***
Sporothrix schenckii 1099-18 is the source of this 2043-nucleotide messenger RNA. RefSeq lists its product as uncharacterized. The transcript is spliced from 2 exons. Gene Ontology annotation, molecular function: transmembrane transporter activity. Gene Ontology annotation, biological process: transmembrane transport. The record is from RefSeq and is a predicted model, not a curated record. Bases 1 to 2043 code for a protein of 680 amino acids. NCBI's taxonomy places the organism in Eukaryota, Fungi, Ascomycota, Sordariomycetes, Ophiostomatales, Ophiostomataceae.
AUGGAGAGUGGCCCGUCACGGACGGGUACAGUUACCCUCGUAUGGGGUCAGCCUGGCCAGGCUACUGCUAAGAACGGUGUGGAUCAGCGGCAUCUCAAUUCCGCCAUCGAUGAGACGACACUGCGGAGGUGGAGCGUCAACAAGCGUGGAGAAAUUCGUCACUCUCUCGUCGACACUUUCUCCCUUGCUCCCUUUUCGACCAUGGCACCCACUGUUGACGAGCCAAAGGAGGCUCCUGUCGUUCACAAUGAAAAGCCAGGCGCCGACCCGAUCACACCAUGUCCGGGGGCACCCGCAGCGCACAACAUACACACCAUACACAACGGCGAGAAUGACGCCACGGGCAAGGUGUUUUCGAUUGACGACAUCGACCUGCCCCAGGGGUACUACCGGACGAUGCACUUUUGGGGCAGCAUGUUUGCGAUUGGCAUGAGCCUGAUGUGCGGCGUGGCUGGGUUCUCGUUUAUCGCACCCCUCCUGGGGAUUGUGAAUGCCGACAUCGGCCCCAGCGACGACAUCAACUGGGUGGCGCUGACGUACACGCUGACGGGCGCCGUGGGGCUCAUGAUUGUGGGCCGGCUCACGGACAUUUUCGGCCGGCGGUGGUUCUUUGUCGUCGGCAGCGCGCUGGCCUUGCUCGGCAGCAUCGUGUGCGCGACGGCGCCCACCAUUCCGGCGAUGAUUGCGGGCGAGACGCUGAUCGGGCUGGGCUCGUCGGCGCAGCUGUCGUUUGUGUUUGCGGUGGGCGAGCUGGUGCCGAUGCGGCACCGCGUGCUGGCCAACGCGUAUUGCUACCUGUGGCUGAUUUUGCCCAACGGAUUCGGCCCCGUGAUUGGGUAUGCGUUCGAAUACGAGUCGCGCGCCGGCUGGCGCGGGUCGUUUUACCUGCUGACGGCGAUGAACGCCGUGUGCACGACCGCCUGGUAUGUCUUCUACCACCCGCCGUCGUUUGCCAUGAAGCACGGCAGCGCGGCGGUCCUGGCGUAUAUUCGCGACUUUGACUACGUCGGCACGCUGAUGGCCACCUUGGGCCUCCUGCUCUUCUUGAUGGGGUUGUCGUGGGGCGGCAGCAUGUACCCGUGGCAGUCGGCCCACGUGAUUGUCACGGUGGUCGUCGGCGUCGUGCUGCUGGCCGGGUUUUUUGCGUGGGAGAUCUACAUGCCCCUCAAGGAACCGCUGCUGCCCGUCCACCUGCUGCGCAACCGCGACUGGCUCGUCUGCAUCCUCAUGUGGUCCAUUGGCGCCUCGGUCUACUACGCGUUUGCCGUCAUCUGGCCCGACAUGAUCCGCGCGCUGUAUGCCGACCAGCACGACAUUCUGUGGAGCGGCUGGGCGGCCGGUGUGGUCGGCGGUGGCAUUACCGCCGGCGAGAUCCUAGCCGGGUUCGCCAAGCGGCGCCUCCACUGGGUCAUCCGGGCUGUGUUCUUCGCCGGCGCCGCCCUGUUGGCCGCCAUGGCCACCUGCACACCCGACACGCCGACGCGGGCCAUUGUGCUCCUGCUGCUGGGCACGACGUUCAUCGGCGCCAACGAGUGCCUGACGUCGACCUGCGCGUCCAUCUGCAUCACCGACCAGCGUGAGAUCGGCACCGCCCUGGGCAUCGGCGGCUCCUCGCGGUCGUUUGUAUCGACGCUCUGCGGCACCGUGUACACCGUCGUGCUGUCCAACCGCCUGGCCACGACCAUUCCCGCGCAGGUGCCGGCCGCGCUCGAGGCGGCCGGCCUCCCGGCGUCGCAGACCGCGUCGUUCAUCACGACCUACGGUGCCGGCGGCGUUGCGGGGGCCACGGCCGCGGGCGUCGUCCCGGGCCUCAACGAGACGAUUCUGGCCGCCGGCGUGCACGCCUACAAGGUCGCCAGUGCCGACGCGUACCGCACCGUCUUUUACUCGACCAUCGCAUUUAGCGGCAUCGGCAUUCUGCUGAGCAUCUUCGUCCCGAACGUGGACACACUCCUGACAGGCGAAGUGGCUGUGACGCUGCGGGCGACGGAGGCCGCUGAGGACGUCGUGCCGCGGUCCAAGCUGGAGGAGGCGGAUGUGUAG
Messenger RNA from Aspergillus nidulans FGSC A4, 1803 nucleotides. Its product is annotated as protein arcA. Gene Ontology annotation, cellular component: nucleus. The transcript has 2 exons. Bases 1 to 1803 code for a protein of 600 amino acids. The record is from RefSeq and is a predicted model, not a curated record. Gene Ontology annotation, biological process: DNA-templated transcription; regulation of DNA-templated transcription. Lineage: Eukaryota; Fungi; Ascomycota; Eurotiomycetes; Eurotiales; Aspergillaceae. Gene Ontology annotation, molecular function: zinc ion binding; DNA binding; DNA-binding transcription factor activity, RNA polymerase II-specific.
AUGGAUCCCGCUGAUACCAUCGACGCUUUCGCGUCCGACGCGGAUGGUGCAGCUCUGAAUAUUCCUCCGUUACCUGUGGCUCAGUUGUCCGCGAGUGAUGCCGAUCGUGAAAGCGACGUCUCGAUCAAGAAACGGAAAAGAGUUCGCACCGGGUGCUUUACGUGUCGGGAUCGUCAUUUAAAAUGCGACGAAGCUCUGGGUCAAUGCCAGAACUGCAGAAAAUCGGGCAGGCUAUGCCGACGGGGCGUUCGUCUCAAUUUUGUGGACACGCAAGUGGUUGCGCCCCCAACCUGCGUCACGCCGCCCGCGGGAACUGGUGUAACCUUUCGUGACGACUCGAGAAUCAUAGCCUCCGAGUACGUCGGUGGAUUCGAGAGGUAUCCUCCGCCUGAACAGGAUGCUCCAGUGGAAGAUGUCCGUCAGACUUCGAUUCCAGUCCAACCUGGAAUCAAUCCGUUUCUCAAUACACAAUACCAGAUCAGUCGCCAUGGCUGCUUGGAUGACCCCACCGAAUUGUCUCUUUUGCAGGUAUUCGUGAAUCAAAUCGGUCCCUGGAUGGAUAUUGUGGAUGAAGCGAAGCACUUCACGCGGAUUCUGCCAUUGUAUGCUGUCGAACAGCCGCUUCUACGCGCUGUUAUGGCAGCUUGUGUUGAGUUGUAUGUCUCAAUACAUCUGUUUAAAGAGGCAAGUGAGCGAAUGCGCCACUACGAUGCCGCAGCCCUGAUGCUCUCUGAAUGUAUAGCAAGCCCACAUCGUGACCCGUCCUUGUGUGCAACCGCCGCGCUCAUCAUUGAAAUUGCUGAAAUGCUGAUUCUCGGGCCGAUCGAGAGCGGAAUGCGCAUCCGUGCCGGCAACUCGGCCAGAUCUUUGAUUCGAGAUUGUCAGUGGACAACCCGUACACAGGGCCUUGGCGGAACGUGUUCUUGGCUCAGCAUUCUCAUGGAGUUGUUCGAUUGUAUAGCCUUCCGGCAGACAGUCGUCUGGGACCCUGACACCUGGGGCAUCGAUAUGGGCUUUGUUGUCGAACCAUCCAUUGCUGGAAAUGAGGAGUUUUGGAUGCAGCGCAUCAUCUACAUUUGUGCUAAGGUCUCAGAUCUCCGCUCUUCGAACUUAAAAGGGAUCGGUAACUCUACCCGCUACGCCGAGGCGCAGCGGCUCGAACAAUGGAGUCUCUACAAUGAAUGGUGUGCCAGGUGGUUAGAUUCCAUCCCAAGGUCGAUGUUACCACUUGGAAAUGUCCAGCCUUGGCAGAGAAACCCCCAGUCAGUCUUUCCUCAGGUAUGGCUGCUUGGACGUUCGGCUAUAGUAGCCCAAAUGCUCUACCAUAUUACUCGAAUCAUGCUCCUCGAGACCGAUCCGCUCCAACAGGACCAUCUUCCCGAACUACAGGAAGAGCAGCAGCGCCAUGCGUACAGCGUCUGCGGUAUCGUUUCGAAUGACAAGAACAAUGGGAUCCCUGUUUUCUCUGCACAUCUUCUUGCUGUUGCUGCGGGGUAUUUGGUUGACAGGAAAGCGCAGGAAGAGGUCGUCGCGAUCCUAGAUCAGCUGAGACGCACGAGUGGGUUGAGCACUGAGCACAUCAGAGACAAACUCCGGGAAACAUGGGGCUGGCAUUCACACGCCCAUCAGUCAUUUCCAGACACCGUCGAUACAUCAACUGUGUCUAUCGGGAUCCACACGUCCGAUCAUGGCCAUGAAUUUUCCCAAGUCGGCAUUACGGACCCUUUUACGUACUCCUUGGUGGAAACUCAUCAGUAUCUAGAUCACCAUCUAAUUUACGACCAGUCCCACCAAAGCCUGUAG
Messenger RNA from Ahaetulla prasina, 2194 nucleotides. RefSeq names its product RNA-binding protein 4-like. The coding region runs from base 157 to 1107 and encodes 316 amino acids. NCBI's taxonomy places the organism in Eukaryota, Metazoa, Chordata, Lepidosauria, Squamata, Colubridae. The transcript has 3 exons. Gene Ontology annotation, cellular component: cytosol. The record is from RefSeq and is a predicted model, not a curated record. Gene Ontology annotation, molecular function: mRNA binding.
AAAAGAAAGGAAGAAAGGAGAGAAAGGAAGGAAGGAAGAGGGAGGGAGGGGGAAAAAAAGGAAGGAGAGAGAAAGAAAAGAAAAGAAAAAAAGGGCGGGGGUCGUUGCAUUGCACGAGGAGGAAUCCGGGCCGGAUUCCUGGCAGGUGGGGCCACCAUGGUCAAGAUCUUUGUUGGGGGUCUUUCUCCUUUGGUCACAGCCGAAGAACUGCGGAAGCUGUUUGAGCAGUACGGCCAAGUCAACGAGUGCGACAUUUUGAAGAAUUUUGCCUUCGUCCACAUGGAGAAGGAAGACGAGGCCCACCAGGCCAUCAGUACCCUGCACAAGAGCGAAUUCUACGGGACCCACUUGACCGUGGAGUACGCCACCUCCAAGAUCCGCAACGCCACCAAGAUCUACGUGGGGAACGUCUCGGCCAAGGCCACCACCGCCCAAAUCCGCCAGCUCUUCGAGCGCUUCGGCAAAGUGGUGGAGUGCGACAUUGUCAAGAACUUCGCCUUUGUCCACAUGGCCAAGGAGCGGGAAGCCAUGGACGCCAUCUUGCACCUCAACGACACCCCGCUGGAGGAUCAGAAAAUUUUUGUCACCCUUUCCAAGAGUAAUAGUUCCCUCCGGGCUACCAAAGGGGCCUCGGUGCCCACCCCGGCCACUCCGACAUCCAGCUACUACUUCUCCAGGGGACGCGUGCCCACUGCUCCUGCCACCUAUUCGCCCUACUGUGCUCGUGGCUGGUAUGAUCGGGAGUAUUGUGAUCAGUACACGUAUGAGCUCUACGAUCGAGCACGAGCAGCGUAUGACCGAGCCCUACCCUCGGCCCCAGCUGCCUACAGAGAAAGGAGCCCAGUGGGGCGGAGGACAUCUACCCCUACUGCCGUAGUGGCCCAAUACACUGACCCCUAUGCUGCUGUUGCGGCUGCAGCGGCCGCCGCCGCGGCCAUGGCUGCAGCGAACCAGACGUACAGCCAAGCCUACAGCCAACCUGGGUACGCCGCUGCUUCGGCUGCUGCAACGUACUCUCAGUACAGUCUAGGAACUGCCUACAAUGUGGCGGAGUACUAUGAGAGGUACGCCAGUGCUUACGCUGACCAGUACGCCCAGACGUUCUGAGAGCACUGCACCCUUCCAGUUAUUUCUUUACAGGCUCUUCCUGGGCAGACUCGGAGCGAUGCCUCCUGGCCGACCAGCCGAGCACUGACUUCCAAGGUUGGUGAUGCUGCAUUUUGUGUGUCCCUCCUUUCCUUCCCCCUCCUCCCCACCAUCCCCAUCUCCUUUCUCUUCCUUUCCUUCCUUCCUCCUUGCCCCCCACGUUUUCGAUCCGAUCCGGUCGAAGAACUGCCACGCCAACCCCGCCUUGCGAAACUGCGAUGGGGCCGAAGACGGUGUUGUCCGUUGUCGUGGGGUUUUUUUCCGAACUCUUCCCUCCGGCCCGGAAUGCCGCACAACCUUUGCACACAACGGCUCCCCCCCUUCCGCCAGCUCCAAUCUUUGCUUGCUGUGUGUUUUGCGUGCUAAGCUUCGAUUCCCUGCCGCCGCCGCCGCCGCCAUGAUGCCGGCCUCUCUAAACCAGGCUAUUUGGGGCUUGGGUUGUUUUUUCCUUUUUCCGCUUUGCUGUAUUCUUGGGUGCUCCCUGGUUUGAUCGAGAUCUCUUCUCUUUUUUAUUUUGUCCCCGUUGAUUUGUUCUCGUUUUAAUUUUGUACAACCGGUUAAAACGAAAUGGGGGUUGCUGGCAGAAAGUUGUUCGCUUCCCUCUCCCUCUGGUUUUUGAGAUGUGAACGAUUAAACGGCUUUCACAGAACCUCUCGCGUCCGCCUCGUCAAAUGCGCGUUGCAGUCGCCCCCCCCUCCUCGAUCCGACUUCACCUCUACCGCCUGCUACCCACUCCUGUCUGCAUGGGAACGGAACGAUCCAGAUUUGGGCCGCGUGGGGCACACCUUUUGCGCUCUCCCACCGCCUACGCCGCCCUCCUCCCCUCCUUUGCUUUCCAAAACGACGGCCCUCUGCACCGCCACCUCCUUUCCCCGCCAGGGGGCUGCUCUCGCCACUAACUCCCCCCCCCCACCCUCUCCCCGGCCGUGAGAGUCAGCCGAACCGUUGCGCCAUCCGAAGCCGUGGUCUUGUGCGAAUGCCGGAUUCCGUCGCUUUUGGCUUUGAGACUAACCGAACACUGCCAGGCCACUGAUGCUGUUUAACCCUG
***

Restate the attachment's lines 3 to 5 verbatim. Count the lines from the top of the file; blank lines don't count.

Messenger RNA from Aspergillus nidulans FGSC A4, 1803 nucleotides. Its product is annotated as protein arcA. Gene Ontology annotation, cellular component: nucleus. The transcript has 2 exons. Bases 1 to 1803 code for a protein of 600 amino acids. The record is from RefSeq and is a predicted model, not a curated record. Gene Ontology annotation, biological process: DNA-templated transcription; regulation of DNA-templated transcription. Lineage: Eukaryota; Fungi; Ascomycota; Eurotiomycetes; Eurotiales; Aspergillaceae. Gene Ontology annotation, molecular function: zinc ion binding; DNA binding; DNA-binding transcription factor activity, RNA polymerase II-specific.
AUGGAUCCCGCUGAUACCAUCGACGCUUUCGCGUCCGACGCGGAUGGUGCAGCUCUGAAUAUUCCUCCGUUACCUGUGGCUCAGUUGUCCGCGAGUGAUGCCGAUCGUGAAAGCGACGUCUCGAUCAAGAAACGGAAAAGAGUUCGCACCGGGUGCUUUACGUGUCGGGAUCGUCAUUUAAAAUGCGACGAAGCUCUGGGUCAAUGCCAGAACUGCAGAAAAUCGGGCAGGCUAUGCCGACGGGGCGUUCGUCUCAAUUUUGUGGACACGCAAGUGGUUGCGCCCCCAACCUGCGUCACGCCGCCCGCGGGAACUGGUGUAACCUUUCGUGACGACUCGAGAAUCAUAGCCUCCGAGUACGUCGGUGGAUUCGAGAGGUAUCCUCCGCCUGAACAGGAUGCUCCAGUGGAAGAUGUCCGUCAGACUUCGAUUCCAGUCCAACCUGGAAUCAAUCCGUUUCUCAAUACACAAUACCAGAUCAGUCGCCAUGGCUGCUUGGAUGACCCCACCGAAUUGUCUCUUUUGCAGGUAUUCGUGAAUCAAAUCGGUCCCUGGAUGGAUAUUGUGGAUGAAGCGAAGCACUUCACGCGGAUUCUGCCAUUGUAUGCUGUCGAACAGCCGCUUCUACGCGCUGUUAUGGCAGCUUGUGUUGAGUUGUAUGUCUCAAUACAUCUGUUUAAAGAGGCAAGUGAGCGAAUGCGCCACUACGAUGCCGCAGCCCUGAUGCUCUCUGAAUGUAUAGCAAGCCCACAUCGUGACCCGUCCUUGUGUGCAACCGCCGCGCUCAUCAUUGAAAUUGCUGAAAUGCUGAUUCUCGGGCCGAUCGAGAGCGGAAUGCGCAUCCGUGCCGGCAACUCGGCCAGAUCUUUGAUUCGAGAUUGUCAGUGGACAACCCGUACACAGGGCCUUGGCGGAACGUGUUCUUGGCUCAGCAUUCUCAUGGAGUUGUUCGAUUGUAUAGCCUUCCGGCAGACAGUCGUCUGGGACCCUGACACCUGGGGCAUCGAUAUGGGCUUUGUUGUCGAACCAUCCAUUGCUGGAAAUGAGGAGUUUUGGAUGCAGCGCAUCAUCUACAUUUGUGCUAAGGUCUCAGAUCUCCGCUCUUCGAACUUAAAAGGGAUCGGUAACUCUACCCGCUACGCCGAGGCGCAGCGGCUCGAACAAUGGAGUCUCUACAAUGAAUGGUGUGCCAGGUGGUUAGAUUCCAUCCCAAGGUCGAUGUUACCACUUGGAAAUGUCCAGCCUUGGCAGAGAAACCCCCAGUCAGUCUUUCCUCAGGUAUGGCUGCUUGGACGUUCGGCUAUAGUAGCCCAAAUGCUCUACCAUAUUACUCGAAUCAUGCUCCUCGAGACCGAUCCGCUCCAACAGGACCAUCUUCCCGAACUACAGGAAGAGCAGCAGCGCCAUGCGUACAGCGUCUGCGGUAUCGUUUCGAAUGACAAGAACAAUGGGAUCCCUGUUUUCUCUGCACAUCUUCUUGCUGUUGCUGCGGGGUAUUUGGUUGACAGGAAAGCGCAGGAAGAGGUCGUCGCGAUCCUAGAUCAGCUGAGACGCACGAGUGGGUUGAGCACUGAGCACAUCAGAGACAAACUCCGGGAAACAUGGGGCUGGCAUUCACACGCCCAUCAGUCAUUUCCAGACACCGUCGAUACAUCAACUGUGUCUAUCGGGAUCCACACGUCCGAUCAUGGCCAUGAAUUUUCCCAAGUCGGCAUUACGGACCCUUUUACGUACUCCUUGGUGGAAACUCAUCAGUAUCUAGAUCACCAUCUAAUUUACGACCAGUCCCACCAAAGCCUGUAG
Messenger RNA from Ahaetulla prasina, 2194 nucleotides. RefSeq names its product RNA-binding protein 4-like. The coding region runs from base 157 to 1107 and encodes 316 amino acids. NCBI's taxonomy places the organism in Eukaryota, Metazoa, Chordata, Lepidosauria, Squamata, Colubridae. The transcript has 3 exons. Gene Ontology annotation, cellular component: cytosol. The record is from RefSeq and is a predicted model, not a curated record. Gene Ontology annotation, molecular function: mRNA binding.